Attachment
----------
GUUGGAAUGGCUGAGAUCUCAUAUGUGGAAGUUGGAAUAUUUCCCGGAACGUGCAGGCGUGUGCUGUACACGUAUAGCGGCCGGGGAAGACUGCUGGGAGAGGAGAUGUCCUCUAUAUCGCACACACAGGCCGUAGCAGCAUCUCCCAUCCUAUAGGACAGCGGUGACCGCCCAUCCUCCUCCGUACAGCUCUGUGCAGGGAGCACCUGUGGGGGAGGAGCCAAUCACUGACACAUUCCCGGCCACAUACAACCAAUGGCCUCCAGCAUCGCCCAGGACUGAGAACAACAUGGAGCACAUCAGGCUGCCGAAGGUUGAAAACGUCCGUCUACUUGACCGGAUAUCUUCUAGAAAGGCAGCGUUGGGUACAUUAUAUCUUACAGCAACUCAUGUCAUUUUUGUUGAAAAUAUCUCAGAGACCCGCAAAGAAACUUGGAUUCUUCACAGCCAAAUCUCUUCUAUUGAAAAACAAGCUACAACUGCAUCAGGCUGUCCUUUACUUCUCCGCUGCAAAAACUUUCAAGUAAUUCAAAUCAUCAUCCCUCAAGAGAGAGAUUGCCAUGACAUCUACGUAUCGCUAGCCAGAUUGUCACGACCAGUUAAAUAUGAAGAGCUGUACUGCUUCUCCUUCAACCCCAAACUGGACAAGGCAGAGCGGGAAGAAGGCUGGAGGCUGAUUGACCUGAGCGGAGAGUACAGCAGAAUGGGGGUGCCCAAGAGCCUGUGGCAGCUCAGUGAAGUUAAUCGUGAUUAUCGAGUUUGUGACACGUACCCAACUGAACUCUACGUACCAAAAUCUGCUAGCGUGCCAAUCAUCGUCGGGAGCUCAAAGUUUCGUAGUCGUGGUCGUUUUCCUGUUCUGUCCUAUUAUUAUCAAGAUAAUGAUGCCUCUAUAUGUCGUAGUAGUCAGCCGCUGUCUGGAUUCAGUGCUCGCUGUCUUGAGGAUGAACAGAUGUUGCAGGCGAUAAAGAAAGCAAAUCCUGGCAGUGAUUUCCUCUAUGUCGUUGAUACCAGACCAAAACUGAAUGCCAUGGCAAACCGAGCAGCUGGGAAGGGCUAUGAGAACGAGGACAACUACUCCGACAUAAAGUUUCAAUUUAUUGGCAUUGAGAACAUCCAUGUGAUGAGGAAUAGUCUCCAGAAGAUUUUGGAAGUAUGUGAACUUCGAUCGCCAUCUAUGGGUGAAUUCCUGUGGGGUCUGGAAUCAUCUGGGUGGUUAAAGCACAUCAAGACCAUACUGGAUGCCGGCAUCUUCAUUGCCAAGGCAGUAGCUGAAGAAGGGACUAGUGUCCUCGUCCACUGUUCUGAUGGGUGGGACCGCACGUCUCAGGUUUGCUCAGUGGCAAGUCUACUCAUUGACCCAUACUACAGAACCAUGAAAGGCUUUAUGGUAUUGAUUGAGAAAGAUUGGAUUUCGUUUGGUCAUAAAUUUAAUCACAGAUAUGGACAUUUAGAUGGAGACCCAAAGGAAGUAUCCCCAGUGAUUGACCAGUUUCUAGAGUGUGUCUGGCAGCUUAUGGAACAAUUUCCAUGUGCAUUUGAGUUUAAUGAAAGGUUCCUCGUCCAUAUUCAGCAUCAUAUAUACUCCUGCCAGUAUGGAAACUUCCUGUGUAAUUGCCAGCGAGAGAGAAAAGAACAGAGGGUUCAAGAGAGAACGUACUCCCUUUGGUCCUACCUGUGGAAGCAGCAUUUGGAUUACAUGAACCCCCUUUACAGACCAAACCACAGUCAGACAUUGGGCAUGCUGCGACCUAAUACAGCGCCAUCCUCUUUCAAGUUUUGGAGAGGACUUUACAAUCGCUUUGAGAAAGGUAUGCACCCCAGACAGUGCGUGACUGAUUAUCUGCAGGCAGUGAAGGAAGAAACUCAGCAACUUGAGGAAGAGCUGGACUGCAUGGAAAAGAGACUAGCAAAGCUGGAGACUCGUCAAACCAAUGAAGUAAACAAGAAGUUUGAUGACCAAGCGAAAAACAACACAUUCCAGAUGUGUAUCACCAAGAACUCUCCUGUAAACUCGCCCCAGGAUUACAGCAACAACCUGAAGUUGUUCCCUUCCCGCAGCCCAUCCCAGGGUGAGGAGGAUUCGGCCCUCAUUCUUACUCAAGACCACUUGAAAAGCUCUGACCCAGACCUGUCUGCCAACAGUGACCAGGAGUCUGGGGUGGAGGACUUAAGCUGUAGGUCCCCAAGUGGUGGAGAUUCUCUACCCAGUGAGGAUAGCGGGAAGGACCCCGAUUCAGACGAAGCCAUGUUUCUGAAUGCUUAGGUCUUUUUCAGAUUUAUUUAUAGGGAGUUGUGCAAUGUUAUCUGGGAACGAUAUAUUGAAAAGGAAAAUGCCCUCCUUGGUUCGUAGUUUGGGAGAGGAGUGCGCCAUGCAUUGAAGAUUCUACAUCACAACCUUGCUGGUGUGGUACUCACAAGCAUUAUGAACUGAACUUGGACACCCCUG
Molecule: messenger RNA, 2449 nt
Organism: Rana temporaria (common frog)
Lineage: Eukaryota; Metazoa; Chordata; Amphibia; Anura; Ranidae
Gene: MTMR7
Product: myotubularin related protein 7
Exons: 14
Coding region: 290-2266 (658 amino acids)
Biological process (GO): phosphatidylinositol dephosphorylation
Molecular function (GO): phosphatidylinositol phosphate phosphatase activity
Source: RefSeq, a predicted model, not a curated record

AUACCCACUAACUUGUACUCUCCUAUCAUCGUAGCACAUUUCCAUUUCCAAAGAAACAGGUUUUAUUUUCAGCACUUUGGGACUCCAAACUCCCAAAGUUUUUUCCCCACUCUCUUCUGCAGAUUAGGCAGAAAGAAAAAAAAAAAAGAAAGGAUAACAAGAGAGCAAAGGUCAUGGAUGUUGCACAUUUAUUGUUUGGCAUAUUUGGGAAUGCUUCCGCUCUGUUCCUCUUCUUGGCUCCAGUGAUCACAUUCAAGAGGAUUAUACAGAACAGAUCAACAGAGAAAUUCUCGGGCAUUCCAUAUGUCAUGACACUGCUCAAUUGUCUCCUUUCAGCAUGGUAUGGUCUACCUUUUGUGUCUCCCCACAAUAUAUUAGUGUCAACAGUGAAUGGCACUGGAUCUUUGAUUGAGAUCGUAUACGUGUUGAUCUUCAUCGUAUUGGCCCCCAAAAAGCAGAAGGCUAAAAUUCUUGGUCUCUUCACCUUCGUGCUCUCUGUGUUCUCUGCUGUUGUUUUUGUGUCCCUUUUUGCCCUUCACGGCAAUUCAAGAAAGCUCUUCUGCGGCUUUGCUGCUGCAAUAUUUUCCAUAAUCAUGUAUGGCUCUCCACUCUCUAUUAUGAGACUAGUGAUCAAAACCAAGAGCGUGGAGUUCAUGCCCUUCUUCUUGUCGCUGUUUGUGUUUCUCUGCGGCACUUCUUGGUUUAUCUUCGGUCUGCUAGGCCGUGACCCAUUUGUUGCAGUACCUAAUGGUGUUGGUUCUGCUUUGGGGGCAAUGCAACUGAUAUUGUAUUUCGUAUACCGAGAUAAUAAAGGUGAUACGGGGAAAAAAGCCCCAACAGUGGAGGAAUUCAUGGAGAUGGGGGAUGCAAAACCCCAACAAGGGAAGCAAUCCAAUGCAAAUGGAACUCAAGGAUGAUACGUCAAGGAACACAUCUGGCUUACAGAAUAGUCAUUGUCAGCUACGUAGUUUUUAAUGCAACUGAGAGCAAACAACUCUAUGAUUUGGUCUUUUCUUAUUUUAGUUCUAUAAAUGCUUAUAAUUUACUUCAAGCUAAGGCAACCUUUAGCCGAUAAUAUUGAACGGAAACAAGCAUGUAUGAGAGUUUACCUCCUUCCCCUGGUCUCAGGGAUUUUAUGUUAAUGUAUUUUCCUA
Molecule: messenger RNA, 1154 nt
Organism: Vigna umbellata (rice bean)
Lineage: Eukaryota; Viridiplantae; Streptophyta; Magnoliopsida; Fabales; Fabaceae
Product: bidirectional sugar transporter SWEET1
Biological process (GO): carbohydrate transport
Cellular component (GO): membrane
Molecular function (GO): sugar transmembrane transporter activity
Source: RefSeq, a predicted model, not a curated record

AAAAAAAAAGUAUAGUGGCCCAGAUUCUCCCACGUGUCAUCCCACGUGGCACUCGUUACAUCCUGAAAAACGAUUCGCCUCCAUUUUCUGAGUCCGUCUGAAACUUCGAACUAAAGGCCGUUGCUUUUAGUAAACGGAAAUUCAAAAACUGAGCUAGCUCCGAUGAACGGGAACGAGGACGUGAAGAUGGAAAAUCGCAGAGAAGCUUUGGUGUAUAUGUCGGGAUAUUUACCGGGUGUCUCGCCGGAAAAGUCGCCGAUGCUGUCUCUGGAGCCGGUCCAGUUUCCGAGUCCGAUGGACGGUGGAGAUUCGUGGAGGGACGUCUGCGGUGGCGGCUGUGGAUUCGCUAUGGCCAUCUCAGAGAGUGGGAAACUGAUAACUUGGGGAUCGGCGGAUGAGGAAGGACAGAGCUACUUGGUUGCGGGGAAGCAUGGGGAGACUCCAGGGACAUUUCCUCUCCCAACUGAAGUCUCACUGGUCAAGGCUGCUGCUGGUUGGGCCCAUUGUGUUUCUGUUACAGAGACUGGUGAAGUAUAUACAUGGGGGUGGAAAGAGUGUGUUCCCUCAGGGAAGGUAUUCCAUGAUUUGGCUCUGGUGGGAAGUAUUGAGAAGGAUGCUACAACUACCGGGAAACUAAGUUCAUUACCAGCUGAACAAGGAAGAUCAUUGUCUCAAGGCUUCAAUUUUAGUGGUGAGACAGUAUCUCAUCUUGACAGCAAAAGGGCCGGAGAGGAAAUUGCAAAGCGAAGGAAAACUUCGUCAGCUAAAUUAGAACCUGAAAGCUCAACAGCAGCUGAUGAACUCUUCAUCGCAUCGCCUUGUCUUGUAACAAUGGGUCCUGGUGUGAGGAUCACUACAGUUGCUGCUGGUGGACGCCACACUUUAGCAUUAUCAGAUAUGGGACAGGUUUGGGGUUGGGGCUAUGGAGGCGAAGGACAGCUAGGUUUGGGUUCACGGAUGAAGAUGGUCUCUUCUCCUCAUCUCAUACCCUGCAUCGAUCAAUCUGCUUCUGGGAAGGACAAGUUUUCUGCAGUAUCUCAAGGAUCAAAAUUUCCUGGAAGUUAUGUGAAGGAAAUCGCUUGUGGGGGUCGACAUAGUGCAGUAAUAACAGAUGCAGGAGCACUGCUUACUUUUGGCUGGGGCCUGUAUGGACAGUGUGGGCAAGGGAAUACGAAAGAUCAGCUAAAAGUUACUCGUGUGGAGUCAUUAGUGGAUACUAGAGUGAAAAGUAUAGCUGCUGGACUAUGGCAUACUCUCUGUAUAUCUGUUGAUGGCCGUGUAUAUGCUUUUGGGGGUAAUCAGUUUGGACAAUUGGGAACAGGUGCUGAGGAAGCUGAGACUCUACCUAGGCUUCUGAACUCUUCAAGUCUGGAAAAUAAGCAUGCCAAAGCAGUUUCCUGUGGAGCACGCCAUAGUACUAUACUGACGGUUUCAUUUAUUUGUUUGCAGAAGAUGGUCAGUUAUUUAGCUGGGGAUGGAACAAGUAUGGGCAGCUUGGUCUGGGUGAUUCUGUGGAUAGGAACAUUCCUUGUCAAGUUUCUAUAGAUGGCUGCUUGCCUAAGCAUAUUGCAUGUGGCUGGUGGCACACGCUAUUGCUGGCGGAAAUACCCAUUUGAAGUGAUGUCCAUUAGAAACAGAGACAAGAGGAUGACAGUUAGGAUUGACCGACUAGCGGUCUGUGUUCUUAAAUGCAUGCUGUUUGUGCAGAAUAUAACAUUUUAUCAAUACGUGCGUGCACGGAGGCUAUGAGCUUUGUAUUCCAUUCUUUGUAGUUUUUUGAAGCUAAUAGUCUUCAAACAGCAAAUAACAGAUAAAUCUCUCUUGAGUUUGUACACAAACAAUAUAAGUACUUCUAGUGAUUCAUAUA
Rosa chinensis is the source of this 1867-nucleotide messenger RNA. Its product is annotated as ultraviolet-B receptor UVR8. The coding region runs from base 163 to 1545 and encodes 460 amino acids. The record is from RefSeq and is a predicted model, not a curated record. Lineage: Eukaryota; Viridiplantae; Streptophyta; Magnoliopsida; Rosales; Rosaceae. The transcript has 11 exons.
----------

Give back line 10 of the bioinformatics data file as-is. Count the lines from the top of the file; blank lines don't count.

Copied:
Molecular function (GO): phosphatidylinositol phosphate phosphatase activity